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A time series look at household net contributions/receipt from government

    My piece in City AM today looks at how the proportion of households who are net recipients of the state (defined as those who receive more in benefits and benefits-in-kind than they pay in taxes) has changed since 1979.

    As the chart below shows, this has historically troughed at around 43-44 per cent, rising after recessions, but then gradually returning to this level. However, between 2000/01 and 2007/08, there was a clear upward trend even prior to the crisis, such that the proportion of net recipients was around the same level in 2007/08 as after the early 1990s recession in 1993. Looking at the components of what drives this, it’s clear that increased government spending on benefits and benefits-in-kind for middle income households was key.

    Unsurprisingly, the financial crisis and subsequent recession pushed this net recipient level to much higher levels than had previously been seen. Between 2000/01 and 2010/11, the proportion rose from 43.8 per cent to 53.5 per cent, a rise of over 3 million households. This has fallen over the last year, but still has a hell of a long way to go to get back to historic levels.

    Of course, in an ideal world you’d also like to include public sector employment into the net recipients of government figures, since payment of government employees acts very much like a transfer. You’d also like to think of some way of accounting for other government provision, like defence and policing. Unfortunately, there is no combined dataset as yet that makes this calculation possible. But the time series nature of the data means they are still instructive.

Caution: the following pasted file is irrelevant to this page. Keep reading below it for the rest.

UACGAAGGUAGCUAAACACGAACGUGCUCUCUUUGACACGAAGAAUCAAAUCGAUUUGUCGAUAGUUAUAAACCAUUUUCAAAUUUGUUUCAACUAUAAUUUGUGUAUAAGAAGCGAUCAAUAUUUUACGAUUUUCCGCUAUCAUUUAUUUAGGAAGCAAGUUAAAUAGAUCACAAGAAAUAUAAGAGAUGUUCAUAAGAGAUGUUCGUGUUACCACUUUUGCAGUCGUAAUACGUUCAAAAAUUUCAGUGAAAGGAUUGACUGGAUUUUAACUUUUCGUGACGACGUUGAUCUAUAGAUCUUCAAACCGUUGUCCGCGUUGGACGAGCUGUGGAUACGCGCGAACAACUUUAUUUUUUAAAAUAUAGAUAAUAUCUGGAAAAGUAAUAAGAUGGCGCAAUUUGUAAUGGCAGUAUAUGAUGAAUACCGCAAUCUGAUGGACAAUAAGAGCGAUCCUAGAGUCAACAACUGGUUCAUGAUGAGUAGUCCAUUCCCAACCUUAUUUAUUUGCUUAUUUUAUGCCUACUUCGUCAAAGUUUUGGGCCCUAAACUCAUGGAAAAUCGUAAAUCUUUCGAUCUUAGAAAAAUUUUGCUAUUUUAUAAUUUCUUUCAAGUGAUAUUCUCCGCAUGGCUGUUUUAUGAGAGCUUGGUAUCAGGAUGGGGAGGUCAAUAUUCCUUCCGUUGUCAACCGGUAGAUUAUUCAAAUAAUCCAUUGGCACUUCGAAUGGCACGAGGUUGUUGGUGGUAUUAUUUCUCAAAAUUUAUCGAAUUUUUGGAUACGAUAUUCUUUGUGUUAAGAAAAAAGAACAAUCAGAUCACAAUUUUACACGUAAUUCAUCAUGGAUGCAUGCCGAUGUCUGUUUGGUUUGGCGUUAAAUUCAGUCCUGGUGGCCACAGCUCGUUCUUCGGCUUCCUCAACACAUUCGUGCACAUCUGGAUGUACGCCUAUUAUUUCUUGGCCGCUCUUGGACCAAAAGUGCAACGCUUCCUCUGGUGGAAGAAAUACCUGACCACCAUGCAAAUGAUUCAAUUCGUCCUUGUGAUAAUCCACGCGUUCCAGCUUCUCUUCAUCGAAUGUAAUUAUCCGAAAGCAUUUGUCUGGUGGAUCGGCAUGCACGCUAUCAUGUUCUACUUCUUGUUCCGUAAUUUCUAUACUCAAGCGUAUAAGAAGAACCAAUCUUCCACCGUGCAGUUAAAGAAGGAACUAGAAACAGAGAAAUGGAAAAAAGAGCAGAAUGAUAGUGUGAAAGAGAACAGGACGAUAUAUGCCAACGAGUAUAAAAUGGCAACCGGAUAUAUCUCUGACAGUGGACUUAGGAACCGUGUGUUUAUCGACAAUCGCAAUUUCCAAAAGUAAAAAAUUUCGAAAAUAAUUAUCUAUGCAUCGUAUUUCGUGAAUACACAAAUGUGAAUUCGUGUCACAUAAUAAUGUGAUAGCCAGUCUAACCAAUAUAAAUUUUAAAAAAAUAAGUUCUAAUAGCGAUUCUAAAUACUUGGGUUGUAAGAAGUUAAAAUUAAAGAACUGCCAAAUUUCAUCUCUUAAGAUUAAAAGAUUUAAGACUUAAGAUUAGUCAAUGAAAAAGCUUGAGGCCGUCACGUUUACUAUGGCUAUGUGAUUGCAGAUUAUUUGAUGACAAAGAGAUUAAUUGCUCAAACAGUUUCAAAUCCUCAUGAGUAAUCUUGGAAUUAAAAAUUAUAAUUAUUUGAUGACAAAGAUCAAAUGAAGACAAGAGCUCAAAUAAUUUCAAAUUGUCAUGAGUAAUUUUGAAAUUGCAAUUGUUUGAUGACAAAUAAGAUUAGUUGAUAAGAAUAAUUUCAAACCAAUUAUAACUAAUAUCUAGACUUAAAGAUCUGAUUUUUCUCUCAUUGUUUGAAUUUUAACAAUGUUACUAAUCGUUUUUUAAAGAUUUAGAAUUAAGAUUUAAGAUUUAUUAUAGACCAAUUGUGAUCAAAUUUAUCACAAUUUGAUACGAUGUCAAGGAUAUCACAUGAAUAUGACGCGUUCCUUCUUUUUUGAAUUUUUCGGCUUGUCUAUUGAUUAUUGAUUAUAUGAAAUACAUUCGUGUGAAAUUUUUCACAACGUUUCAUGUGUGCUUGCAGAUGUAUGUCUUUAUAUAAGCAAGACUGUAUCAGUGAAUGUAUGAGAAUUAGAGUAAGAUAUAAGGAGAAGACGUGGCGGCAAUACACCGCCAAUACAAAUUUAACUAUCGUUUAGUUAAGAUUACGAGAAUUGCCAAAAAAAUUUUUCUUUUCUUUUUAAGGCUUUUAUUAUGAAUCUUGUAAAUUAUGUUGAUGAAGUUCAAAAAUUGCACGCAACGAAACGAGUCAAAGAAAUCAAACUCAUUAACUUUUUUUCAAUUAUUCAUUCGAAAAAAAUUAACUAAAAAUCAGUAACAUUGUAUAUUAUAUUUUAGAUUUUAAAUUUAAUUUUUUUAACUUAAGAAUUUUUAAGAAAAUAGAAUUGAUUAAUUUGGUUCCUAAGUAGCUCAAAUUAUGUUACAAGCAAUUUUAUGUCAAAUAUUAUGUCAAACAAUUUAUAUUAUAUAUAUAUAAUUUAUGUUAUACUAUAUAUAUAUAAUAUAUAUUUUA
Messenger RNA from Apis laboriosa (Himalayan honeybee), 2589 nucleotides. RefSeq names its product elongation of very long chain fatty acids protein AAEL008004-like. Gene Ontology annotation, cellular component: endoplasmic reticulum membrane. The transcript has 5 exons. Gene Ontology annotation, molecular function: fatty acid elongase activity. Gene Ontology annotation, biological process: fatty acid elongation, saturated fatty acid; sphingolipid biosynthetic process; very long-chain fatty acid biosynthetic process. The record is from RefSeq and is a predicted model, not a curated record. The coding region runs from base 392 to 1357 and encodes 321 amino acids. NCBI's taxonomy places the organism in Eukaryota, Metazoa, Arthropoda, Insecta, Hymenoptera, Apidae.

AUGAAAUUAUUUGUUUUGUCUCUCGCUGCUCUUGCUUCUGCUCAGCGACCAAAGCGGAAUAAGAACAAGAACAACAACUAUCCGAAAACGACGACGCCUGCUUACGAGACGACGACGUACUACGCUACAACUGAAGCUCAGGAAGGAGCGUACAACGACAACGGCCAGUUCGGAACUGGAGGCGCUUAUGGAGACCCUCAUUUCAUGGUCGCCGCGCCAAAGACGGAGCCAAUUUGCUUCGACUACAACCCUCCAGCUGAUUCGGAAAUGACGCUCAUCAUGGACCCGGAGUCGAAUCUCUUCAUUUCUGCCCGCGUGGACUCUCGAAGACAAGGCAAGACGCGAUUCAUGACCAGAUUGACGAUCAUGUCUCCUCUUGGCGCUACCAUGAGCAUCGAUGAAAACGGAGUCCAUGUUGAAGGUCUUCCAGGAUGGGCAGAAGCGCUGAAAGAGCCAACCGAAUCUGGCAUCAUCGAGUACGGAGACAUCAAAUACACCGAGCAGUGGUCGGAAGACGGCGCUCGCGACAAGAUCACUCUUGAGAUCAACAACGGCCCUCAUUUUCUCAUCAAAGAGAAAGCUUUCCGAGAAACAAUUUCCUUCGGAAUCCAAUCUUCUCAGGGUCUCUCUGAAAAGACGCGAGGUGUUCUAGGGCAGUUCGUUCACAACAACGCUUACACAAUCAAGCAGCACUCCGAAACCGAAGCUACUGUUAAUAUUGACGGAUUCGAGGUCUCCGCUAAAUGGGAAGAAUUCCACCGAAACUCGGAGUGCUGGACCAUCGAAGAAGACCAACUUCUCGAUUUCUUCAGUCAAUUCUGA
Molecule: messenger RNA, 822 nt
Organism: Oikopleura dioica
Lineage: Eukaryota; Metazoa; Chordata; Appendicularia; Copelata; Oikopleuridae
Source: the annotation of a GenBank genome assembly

Why are these figures interesting? A country with a welfare state will naturally redistribute by providing money and services to the less well-off. But what this shows is that even in the good years, the last government was increasing spending on middle-income households without corresponding increases in their tax burden. Naturally, over time, people become accustomed to these provisions, making it a) very difficult for governments to row back on their ‘promises’, b) making it very easy for people to demand that others pay for their provisions.

    Or as Thomas Sowell’s article put it last week on politicians: “Nothing is easier…than being "understanding" and "compassionate" at someone else's expense”.

    Ryan joined the Centre for Policy Studies in January 2011, having previously worked for a year at the economic consultancy firm Frontier Economics.

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